Second phase of Meadow Park housing development OK’d

A local developer was green-lighted to proceed with a 20-home development on Enumclaw’s west side, adding a second phase to the Meadow Park subdivision along 244th Avenue Southeast.

A local developer was green-lighted to proceed with a 20-home development on Enumclaw’s west side, adding a second phase to the Meadow Park subdivision along 244th Avenue Southeast.

The formal go-ahead came during the Oct. 23 meeting of the Enumclaw City Council.

The applicant, Carl Sanders, had received final approval earlier this year for Phase I, which called for turning almost 10 vacant acres of land into 24 homesites. The 20 lots in Phase 2 are to be spread over 5.4 acres immediately north of Phase I.

The Meadow Park development sits on the east side of 244th, directly north of Rainier Trails Park.

Council members were told that necessary utilities have been installed at the site, plans are in place for impact fees to be paid to the local fire department and school district, and a fee has been paid to the city in lieu of dedicated park space.

With a recommendation from city staff to move the development forward, the council voted 6-1 in favor of final plat approval, with Councilwoman Kim Lauk dissenting.

Also during their Oct. 23 session, council members declared an emergency and waived certain bidding requirements as part of an effort to quickly replace a ceiling at the city’s wastewater treatment plant.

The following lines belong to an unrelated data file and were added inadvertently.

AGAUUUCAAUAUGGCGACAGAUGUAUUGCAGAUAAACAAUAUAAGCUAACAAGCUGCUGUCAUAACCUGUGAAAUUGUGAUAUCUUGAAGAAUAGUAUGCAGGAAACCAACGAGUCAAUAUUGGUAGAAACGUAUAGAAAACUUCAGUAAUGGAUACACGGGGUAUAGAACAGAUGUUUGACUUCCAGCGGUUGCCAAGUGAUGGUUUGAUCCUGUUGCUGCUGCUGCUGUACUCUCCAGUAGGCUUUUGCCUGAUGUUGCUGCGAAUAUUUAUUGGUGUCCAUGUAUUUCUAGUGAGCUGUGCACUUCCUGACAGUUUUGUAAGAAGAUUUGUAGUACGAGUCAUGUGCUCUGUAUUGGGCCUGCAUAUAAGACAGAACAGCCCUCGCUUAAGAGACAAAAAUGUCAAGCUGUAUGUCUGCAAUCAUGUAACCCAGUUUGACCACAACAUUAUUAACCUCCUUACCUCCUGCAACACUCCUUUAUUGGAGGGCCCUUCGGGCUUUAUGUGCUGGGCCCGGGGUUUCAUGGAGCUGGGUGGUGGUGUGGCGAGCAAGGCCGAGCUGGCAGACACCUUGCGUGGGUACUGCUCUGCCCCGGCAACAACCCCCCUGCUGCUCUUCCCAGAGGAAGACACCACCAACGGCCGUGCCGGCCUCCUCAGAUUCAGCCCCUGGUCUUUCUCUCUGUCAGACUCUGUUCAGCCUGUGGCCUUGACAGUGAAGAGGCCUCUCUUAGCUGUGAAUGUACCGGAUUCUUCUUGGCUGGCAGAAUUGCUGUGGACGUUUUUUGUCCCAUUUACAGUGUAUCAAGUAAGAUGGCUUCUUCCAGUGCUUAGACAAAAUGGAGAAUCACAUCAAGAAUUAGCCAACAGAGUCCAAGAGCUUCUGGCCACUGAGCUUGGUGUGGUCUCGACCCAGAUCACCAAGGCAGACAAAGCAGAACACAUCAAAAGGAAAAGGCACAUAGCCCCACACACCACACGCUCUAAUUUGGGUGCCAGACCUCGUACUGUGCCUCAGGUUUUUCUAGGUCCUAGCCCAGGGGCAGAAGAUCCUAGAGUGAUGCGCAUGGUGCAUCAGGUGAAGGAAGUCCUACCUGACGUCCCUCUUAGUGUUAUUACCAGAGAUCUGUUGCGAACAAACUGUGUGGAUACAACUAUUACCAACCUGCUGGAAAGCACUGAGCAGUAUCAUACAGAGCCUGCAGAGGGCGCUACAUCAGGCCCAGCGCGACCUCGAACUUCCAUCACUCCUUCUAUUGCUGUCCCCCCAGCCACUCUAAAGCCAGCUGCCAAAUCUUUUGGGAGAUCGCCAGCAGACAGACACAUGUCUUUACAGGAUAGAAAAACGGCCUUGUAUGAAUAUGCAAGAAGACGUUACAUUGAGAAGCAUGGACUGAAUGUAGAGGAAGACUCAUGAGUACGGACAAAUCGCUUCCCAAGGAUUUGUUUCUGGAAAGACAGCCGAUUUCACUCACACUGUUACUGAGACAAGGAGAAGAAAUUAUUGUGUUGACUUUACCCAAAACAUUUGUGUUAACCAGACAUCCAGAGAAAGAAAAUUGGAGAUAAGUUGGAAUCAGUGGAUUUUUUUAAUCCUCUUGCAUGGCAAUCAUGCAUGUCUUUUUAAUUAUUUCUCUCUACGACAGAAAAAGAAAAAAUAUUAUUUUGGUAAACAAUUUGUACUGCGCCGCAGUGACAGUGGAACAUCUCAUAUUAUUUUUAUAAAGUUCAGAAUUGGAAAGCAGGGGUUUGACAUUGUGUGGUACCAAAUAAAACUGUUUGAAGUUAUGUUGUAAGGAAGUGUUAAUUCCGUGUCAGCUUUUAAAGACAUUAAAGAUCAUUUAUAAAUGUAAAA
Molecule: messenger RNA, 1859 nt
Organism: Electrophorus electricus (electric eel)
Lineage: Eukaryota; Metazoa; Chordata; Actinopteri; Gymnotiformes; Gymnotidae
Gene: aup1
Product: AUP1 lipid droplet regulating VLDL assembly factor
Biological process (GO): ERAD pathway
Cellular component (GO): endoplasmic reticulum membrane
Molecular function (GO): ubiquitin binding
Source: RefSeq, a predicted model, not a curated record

On Oct. 1, a hose failure resulted in a stream of treated water soaking the ceiling, along with insulation and a vapor barrier. City crews performed some of the clean-up work but an insurance adjuster recommended a professional contractor be brought on board to handle the rest.

Much of the urgency was due to the potential for mold developing in the working environment. By declaring an emergency, the city does not have to go through the traditional bidding process, thus saving time.

It is estimated the repair work would normally total about $30,000; however, having it done on an emergency basis could bump the cost by perhaps 30 percent, the council was told.

City Administrator Chris Searcy reported the city’s policy has a $25,000 deductible; insurance will pay the remainder of the cost.

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